Buttersprites is the brainchild of guitarist Elizabeth Jameson, who is internationally recognized as a visual artist; vocalist Haruko Nishimura is a Butoh dancer and founder of Seattle’s Degenerate Art Ensemble. Bassist Lunarre Omura is also a member of the nouveau cocktail lounge group Lushy, and Buttersprites is rounded out by keyboard player Julie Grant and drummer Jen Gay. Their sound is bright, up-tempo and quirky and demonstrates affection for the so-called “post punk” music of the early 1980s. Nishimura, as vocalist, oozes charisma and serves as a focal point in their live performances, which are generally done in crazy costumes designed by Jameson and Gay and made by Gay. Sometimes Buttersprites dress as nurses, at others in matching tennis outfits or Chinese communist military garb. The varying styles of dress creates an irreverent counterpoint to their gleefully nutty music and tongue-in-cheek lyrics, mostly sung in Japanese.
Buttersprites was born out of Jameson’s idea to start an all-girl Japanese pop band in the mold of Shonen Knife, and played their first gig in Seattle in 2003. Buttersprites soon found themselves out of step with the rest of Seattle’s typically grungy music scene, but got a boost of confidence with a well-received appearance at the Ladyfest in Seattle in June 2004. Their first demo recordings soon followed, produced by Tiny Hat Orchestra alumnus and Lushy member Andrew Sodt with Lynval Golding, of The Specials. The demo was received favorably by Dionysus Records in Los Angeles, who issued Buttersprites’ debut CD in June 2005, utilizing the same production team and adding Johnny Horn (KEXP DJ and Purefire recording artist). Gradually finding its way onto the College Radio charts across America, Buttersprites is an infectious and ultimately irresistible debut that is musically fulfilling well beyond what may be its perceived novelty value. In the rather dour, dark and polluted climate of post 9-11 American music, Buttersprites represent a welcome burst of sunshine.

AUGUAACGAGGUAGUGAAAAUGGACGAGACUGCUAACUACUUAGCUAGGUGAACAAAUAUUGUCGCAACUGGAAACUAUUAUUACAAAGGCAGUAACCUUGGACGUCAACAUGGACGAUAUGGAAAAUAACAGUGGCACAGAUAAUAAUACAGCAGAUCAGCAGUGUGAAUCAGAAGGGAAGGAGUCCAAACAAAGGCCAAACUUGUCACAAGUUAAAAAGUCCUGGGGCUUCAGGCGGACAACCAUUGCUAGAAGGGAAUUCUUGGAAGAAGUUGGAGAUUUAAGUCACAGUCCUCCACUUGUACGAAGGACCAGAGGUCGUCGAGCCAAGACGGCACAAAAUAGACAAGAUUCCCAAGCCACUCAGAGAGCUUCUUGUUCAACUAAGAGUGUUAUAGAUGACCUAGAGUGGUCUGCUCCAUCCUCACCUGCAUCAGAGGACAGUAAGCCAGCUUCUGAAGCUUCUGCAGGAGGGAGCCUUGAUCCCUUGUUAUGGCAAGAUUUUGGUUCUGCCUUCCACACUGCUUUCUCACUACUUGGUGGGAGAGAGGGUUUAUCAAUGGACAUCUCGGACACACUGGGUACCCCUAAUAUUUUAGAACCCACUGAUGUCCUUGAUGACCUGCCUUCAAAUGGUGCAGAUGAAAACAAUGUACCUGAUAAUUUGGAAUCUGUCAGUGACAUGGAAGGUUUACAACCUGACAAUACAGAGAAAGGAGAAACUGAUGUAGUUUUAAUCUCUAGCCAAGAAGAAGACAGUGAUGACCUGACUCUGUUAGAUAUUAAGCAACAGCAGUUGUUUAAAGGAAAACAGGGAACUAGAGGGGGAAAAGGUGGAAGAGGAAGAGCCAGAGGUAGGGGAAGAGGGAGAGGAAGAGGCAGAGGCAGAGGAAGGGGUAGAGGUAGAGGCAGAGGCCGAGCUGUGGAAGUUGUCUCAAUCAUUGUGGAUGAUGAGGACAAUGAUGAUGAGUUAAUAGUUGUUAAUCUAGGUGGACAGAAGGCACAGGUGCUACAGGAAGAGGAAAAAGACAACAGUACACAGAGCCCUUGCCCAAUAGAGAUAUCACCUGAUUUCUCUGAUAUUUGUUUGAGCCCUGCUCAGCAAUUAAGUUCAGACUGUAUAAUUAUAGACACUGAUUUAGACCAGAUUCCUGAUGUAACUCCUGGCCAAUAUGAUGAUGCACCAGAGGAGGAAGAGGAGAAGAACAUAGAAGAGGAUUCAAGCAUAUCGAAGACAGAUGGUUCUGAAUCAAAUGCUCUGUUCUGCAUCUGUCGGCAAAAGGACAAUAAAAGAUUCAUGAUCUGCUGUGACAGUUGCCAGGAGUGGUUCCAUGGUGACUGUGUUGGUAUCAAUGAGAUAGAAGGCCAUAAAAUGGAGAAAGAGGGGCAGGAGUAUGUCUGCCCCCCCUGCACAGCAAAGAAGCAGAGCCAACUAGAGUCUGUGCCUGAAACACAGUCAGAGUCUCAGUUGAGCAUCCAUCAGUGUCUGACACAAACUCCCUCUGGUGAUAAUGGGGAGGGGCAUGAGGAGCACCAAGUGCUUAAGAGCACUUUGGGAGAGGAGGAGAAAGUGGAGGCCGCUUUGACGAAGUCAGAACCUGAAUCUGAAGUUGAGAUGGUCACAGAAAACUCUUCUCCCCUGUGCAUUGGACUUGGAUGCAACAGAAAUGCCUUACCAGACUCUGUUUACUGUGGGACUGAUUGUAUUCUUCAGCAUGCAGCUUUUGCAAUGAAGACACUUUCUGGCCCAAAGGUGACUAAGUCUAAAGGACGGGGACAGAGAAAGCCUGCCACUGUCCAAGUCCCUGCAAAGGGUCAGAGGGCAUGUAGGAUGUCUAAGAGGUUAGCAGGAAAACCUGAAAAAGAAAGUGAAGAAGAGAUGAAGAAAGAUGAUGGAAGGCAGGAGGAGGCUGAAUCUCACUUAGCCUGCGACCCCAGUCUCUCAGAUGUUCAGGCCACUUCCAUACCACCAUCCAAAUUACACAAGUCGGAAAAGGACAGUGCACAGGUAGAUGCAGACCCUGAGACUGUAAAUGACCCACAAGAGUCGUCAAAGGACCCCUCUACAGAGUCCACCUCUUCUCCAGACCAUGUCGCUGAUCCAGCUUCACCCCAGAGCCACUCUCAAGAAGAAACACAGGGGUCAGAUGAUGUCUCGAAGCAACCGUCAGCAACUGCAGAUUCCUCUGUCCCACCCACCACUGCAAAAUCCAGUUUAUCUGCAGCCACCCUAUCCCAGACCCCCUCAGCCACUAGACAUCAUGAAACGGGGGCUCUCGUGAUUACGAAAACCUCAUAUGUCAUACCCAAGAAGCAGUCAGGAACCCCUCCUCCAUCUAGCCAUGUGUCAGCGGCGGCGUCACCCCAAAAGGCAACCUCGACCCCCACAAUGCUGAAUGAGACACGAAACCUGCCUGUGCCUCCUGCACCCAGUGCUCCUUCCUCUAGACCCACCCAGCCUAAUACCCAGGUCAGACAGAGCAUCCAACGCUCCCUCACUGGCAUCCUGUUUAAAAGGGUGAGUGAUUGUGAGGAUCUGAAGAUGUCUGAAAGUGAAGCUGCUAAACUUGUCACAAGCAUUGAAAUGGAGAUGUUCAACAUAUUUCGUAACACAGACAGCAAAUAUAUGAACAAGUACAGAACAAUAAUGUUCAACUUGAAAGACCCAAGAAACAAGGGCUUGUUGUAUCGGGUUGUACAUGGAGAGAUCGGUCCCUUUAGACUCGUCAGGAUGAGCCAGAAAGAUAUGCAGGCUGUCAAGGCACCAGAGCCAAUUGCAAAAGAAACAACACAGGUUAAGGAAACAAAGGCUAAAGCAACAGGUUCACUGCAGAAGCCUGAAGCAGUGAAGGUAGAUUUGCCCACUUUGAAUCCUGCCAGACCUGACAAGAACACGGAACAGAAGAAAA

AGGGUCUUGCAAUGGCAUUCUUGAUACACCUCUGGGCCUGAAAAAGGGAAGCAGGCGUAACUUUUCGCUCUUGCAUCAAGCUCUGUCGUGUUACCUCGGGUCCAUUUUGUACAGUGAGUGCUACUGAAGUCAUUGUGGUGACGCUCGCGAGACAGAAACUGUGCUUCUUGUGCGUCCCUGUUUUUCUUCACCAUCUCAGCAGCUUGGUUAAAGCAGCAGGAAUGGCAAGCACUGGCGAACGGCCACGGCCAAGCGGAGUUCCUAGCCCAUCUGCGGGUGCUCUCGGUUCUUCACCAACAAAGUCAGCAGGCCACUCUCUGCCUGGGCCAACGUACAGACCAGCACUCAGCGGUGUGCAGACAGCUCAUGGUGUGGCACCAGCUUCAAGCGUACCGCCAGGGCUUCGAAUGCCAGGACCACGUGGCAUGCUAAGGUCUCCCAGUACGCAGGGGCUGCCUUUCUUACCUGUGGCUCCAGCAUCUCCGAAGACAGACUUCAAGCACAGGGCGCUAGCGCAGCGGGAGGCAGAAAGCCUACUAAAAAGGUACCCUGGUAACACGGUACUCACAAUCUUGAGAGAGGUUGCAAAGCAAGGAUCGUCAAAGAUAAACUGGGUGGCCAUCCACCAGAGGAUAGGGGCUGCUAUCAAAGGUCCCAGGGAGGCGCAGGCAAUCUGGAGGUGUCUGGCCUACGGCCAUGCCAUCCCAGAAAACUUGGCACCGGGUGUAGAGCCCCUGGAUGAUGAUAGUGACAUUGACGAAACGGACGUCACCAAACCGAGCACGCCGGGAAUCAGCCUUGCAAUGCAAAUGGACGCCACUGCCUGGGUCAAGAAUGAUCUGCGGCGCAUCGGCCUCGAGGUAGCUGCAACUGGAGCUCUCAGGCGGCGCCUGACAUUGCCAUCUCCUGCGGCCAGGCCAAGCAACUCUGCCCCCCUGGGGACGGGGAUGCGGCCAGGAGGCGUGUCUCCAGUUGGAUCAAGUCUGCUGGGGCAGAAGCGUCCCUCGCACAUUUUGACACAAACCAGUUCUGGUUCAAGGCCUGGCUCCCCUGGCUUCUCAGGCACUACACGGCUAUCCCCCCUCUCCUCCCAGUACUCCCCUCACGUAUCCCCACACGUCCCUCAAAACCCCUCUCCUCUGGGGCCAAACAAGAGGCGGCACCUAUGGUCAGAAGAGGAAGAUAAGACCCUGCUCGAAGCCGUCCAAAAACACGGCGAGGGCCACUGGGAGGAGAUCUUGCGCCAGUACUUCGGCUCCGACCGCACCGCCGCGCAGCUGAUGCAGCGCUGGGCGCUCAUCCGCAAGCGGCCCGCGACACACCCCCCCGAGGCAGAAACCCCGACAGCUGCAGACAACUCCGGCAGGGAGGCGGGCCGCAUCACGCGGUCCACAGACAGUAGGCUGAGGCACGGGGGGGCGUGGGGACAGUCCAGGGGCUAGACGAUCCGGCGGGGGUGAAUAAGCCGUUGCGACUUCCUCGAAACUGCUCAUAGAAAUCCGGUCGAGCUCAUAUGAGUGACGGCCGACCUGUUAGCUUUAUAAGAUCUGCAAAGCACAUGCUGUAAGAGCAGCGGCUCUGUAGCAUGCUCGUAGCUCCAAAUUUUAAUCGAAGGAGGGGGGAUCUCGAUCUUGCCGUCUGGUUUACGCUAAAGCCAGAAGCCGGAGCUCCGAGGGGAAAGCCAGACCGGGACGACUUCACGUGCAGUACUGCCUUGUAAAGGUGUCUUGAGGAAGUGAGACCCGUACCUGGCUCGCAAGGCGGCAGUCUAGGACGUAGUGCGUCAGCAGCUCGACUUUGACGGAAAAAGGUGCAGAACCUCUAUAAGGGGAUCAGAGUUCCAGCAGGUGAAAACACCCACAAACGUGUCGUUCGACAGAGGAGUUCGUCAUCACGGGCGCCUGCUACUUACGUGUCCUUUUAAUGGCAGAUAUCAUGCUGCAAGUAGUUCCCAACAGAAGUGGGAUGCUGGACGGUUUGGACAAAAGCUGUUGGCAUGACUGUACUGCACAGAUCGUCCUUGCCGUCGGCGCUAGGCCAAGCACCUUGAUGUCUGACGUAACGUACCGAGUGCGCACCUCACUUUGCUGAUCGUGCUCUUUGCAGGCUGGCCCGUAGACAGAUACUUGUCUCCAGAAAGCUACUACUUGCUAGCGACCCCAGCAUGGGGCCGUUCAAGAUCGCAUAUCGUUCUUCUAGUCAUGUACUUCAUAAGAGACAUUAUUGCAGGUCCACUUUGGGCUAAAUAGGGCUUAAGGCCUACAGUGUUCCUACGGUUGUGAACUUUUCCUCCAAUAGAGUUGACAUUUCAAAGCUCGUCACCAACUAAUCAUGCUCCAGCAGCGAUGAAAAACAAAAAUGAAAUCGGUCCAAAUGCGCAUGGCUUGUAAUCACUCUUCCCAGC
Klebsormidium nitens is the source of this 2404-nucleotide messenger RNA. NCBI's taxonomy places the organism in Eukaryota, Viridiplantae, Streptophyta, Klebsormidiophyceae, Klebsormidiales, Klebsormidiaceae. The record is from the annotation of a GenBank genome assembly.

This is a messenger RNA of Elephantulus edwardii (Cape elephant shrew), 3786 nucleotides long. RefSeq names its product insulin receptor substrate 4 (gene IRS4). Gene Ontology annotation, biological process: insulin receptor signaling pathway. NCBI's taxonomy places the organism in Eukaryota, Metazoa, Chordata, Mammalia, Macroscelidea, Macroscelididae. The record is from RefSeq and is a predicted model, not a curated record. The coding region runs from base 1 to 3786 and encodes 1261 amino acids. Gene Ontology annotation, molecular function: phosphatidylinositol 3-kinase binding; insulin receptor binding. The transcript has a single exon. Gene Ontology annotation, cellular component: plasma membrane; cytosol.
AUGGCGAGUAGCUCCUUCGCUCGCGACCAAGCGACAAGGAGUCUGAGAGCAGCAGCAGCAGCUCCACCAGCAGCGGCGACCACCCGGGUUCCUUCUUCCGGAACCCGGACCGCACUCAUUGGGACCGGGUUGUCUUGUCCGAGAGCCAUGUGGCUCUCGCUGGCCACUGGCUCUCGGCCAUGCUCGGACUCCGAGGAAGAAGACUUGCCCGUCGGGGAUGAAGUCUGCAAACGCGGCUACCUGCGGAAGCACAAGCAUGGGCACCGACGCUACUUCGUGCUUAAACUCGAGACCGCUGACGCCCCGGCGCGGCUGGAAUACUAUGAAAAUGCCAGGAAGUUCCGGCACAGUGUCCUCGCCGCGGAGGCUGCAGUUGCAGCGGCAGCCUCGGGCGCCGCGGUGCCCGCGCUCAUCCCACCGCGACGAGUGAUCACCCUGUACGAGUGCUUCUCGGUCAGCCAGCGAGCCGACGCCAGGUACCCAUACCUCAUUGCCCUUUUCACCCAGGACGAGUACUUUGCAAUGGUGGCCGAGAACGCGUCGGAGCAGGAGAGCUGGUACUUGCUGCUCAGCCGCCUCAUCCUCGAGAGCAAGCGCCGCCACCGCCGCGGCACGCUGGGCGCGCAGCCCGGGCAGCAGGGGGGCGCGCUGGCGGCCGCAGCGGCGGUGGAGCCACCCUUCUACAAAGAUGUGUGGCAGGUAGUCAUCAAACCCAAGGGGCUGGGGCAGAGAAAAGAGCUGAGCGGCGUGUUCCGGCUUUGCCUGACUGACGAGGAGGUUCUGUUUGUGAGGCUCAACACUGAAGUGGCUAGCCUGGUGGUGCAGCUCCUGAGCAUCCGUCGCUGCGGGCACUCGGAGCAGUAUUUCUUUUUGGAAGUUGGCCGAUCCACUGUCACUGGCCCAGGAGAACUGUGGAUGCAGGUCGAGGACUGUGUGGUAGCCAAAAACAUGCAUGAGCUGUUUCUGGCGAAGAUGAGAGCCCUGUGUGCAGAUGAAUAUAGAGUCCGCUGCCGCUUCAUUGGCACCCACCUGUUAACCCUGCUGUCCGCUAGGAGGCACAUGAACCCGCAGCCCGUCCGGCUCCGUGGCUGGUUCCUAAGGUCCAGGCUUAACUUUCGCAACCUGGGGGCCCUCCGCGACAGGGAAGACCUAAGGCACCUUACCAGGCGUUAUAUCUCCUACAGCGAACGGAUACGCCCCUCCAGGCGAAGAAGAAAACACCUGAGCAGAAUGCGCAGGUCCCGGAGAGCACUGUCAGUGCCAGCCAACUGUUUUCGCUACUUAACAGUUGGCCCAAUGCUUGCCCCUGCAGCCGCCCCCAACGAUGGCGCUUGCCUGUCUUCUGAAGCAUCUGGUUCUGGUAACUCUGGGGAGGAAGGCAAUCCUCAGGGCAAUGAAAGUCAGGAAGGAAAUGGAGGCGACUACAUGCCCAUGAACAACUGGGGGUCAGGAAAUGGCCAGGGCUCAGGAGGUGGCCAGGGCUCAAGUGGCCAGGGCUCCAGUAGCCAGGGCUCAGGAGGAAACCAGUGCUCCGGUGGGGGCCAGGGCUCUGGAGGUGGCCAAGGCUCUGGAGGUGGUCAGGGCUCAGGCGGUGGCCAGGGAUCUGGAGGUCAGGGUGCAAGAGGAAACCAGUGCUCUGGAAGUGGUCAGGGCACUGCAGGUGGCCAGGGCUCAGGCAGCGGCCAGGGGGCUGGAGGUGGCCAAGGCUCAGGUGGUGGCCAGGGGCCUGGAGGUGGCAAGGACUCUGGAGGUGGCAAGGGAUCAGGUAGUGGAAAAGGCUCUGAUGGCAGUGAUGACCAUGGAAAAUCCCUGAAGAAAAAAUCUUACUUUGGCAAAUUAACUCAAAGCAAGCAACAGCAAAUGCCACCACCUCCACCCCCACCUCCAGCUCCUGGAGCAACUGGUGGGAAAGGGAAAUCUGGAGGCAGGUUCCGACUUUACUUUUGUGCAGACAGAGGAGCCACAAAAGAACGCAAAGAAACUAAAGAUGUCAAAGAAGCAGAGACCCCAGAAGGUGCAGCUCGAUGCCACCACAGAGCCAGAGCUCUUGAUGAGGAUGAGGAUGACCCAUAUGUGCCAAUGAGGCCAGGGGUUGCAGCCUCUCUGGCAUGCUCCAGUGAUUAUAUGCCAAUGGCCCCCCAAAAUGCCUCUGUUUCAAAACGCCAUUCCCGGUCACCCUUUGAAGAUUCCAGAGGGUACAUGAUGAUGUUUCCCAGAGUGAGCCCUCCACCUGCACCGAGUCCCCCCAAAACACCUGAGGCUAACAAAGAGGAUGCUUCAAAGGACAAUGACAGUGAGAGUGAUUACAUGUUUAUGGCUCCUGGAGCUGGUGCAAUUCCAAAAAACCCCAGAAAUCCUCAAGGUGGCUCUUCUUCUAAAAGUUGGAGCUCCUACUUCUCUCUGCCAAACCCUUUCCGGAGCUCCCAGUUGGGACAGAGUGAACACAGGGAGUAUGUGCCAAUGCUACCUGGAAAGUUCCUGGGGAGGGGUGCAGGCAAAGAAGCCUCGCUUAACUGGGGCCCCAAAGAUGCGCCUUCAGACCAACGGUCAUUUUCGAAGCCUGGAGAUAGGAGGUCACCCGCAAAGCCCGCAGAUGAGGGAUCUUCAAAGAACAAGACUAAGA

Uncle Dave Lewis